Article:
The Nov. 20 WestJet flight 3171 has been identified by the BC Centre for Disease Control with a COVID case aboard. (Black Press file photo)

The Nov. 20 WestJet flight 3171 has been identified by the BC Centre for Disease Control with a COVID case aboard. (Black Press file photo)

Fifth COVID-19 exposure reported on flight at Comox airport

Another exposure risk from flight originating in Calgary

A flight arriving into Comox from Calgary on Nov. 20 had a confirmed COVID-19 case on board.

WestJet flight 3171 arrived in Comox on Nov. 20 at approximately 11 a.m. It has been identified by the BC Centre for Disease Control with a case and highlighted affected rows three through nine.

Flight 3171 was one of three flights from Calgary flagged for COVID exposure on Nov. 20. The other two flights (one WestJet, one Flair) landed in Vancouver.

The BCCDC recommends passengers on a domestic flight with a COVID-19 case should self-monitor for symptoms for 14 days.

This is the fifth flight either leaving or arriving at YQQ with a confirmed case on board, and the second such report in November.

Last week, the BCCDC announced a flight arriving to Comox from Calgary on Nov. 15 also had a passenger with COVID-19.

On Oct. 26 WestJet flight 3172 identified a case affecting rows three to nine.

According to the agency, the first flight into the Comox airport with a positive COVID-19 case on board was on Oct. 20 aboard WestJet flight 3171 from Calgary to Comox. Another case was reported on WestJet flight 3315 from Calgary on Oct. 22.

RELATED: Fourth COVID exposure on flight at YQQ

Passengers seated near a case of COVID-19 who were recognized after arrival will no longer be directly notified of their potential exposure. Instead, that information is posted on the BCCDC website.

Those seated in affected rows should be considered to be at higher risk due to their proximity to the case.

Erin Neely, market development manager for the airport told the Record the airport has a set of internal protocols as part of their Pandemic Plan, and an outward-facing YQQ Ready plan for passengers and staff within the terminal.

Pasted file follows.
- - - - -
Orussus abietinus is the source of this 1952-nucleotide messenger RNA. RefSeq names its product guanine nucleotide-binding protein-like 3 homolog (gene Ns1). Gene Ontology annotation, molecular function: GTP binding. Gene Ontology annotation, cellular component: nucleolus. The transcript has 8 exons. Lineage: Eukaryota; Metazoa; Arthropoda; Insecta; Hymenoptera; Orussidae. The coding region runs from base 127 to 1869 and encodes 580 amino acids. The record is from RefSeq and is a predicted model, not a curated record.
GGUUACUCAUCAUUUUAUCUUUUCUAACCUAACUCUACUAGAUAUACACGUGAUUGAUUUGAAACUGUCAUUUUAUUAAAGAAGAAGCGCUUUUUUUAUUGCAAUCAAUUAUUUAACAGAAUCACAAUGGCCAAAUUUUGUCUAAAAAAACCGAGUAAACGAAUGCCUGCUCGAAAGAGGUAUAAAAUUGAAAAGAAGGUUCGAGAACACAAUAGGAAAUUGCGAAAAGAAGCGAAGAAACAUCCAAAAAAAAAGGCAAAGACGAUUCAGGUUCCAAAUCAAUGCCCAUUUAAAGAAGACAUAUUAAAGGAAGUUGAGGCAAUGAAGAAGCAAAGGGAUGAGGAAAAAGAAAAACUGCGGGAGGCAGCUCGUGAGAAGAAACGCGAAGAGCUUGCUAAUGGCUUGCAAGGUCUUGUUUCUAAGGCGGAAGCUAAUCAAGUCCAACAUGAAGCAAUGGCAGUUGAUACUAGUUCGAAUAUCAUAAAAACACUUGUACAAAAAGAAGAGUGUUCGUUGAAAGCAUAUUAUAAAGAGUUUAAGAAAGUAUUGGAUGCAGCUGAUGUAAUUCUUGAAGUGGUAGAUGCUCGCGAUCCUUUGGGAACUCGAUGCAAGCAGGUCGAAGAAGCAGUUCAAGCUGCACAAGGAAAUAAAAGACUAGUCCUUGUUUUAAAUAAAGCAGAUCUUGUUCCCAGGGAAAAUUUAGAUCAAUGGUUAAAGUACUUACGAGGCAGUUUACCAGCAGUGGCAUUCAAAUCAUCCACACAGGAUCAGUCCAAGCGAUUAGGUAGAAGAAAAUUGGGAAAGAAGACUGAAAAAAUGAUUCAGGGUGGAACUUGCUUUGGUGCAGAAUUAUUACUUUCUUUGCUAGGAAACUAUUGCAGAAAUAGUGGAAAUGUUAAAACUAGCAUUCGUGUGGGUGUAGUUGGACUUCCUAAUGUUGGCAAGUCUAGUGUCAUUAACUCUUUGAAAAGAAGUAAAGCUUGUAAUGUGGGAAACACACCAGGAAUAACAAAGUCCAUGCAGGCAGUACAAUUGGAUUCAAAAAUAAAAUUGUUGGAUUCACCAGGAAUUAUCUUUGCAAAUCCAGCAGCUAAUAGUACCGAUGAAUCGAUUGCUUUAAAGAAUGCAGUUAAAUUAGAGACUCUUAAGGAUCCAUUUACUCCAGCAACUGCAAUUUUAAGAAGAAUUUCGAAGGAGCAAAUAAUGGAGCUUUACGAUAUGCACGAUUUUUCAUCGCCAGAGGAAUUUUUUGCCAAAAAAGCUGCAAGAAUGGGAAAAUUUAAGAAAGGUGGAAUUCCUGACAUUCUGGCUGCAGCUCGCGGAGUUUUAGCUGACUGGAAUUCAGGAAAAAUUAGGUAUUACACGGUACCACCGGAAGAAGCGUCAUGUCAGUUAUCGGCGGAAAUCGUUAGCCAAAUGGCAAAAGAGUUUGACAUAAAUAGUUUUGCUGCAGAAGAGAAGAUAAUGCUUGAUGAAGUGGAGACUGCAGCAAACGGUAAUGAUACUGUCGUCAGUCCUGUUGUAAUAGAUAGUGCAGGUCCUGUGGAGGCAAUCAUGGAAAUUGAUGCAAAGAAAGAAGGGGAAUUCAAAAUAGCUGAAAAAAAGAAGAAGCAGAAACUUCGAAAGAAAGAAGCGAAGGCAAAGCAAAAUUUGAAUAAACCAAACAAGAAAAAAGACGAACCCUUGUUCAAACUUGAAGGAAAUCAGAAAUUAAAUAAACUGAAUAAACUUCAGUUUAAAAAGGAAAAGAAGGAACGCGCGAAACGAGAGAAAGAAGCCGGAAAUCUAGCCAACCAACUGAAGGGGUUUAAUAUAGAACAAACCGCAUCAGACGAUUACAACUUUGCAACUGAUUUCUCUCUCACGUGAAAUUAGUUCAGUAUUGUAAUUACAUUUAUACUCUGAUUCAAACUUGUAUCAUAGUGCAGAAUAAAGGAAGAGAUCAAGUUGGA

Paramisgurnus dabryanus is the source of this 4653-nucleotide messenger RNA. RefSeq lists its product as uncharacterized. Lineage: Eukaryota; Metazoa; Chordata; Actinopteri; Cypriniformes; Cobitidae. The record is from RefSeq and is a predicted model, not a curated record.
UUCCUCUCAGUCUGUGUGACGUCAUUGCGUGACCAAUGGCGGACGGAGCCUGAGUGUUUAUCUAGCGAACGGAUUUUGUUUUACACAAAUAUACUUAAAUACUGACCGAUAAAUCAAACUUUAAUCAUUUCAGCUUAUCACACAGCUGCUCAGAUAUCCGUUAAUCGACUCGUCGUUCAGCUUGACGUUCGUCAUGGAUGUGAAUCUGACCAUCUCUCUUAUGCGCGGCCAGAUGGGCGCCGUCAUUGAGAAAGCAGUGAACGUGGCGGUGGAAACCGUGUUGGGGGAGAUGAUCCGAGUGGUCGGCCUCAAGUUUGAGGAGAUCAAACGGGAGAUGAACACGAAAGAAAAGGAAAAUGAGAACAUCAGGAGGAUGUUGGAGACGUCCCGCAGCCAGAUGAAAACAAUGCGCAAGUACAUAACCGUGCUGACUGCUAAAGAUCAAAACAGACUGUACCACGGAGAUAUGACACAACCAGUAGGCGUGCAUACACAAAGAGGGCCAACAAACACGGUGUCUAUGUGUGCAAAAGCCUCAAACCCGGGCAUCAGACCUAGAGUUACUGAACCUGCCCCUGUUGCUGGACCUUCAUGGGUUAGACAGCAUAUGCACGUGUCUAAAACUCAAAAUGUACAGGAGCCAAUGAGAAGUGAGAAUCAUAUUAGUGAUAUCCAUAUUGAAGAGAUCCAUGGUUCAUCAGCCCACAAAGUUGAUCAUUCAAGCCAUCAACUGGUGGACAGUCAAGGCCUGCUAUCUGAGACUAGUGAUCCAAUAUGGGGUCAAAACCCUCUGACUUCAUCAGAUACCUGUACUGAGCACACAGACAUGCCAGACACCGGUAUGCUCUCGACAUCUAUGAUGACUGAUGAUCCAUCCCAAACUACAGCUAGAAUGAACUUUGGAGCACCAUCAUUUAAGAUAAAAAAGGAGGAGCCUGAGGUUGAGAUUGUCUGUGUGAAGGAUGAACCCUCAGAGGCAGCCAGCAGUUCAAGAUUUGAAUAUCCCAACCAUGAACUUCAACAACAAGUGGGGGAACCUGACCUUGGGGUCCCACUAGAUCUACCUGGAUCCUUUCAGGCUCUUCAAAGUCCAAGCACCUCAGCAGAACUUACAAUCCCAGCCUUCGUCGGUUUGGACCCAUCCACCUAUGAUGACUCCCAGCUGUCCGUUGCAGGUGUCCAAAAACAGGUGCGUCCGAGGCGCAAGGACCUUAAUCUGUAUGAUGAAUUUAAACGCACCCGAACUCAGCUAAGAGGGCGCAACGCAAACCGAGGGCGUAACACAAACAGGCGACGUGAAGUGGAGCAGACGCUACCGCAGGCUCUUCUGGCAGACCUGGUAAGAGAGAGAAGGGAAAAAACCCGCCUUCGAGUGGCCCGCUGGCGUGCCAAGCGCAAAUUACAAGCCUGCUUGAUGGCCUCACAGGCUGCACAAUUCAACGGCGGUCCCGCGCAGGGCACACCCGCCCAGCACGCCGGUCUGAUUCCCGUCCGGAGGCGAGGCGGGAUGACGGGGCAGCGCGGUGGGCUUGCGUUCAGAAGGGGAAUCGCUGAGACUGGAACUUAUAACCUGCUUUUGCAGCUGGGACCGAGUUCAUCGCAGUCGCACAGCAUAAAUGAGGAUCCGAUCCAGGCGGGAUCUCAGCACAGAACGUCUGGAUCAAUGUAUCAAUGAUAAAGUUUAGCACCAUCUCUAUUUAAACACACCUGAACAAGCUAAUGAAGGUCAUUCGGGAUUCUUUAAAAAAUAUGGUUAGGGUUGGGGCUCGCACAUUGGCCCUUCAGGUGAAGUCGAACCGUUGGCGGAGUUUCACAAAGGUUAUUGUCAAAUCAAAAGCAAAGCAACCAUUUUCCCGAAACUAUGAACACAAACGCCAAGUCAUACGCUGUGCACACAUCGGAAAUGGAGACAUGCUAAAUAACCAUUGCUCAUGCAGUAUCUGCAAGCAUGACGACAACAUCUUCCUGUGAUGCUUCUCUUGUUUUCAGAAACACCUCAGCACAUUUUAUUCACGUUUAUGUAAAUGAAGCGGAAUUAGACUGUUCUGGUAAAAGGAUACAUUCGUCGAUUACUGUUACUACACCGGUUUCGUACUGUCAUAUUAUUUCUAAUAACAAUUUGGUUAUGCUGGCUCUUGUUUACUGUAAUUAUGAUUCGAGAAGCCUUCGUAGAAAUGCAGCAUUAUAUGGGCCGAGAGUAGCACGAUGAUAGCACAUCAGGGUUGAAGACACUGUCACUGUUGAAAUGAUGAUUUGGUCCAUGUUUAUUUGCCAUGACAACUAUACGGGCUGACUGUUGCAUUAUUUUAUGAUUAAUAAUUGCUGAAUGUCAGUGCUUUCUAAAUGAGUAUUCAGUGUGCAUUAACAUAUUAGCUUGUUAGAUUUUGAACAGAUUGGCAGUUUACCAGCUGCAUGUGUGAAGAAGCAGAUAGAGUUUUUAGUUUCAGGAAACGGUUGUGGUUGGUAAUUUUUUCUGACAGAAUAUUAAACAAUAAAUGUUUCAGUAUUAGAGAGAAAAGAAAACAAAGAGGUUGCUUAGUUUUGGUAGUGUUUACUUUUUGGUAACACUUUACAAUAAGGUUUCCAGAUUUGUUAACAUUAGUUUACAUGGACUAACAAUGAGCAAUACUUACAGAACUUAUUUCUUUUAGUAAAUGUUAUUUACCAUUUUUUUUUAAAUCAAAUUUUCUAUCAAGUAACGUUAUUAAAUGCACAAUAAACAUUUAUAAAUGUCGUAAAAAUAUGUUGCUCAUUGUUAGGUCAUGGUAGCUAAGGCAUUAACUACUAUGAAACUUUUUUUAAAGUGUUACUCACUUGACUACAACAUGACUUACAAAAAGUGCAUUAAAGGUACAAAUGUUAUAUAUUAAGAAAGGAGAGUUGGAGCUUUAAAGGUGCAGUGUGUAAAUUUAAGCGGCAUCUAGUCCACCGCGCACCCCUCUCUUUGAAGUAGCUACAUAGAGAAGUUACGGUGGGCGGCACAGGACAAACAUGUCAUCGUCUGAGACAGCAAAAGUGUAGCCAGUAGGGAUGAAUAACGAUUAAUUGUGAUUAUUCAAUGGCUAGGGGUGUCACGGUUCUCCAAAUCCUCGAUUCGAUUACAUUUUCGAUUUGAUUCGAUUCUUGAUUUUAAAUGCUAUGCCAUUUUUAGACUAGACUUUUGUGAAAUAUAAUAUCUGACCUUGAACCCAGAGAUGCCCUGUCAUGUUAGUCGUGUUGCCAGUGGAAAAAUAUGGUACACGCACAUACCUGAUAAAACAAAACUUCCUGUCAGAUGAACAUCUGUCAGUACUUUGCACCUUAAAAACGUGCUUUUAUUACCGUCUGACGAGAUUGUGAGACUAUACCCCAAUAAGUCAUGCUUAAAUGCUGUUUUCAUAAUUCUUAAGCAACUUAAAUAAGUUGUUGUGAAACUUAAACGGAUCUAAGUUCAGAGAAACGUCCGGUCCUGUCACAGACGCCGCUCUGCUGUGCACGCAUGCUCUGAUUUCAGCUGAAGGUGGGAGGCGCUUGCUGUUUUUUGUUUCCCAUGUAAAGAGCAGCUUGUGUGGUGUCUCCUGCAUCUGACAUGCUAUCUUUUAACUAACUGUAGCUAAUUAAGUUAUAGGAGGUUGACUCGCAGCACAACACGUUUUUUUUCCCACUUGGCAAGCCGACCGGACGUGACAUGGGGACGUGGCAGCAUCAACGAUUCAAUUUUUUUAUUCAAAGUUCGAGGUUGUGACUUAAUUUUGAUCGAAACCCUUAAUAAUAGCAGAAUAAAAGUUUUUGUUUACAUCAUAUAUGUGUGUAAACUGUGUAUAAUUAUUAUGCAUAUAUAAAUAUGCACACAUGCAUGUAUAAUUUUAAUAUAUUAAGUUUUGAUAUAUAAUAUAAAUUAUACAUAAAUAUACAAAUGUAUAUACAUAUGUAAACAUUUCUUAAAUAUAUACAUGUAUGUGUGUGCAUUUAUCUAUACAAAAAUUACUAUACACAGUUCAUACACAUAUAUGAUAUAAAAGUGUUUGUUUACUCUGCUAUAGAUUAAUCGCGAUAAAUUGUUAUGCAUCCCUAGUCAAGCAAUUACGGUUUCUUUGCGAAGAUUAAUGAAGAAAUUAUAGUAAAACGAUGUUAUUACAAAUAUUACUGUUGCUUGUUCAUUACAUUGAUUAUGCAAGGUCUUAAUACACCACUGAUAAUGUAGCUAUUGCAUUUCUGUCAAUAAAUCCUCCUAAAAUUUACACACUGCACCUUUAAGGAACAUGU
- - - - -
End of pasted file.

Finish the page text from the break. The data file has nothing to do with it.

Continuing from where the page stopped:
–With files from Erin Haluschak

Comox ValleyCoronavirus

Get local stories you won't find anywhere else right to your inbox.
Sign up here

Just Posted

From left—Rev. Ryan Slifka (minister, St. George’s); Ellen Wise (elder, St. George’s); Evangeline Mathura, (vice-president, Dawn to Dawn); Grant Shilling (outreach worker, Dawn to Dawn), with a cheque for $10,433.15.
Courtenay church donates more than $10,000 to transitional housing and support service

St. Goerge’s presents Dawn to Dawn with $10,433.15 cheque

A pine siskin is treated for salmonella poisoning at the Mountainaire Avian Rescue Society (MARS) hospital, in Merville. Photo by Gylaine Anderston.
Salmonella poisoning in birds and pets a result of unclean bird feeders

Have you ever endured a bout of food poisoning? If you remember… Continue reading

Inside the new shop operated by Wachiay Friendship Centre. Jared Kotyk (left), Jan Kotyk, Paloma Joy, Tim Gagnon, Jonah Hill, Jennifer Corbett and Tally, the shop dog. Photo supplied
Wachiay opens store-front arts shop in downtown Courtenay

There’s still tailor-work in the back of old AnnSew site, with the store in front

CSWM is planning to increase the space for loading bays at the Comox Valley Waste Management Centre. Record file photo
CSWM plans increase to number of Comox Valley landfill bays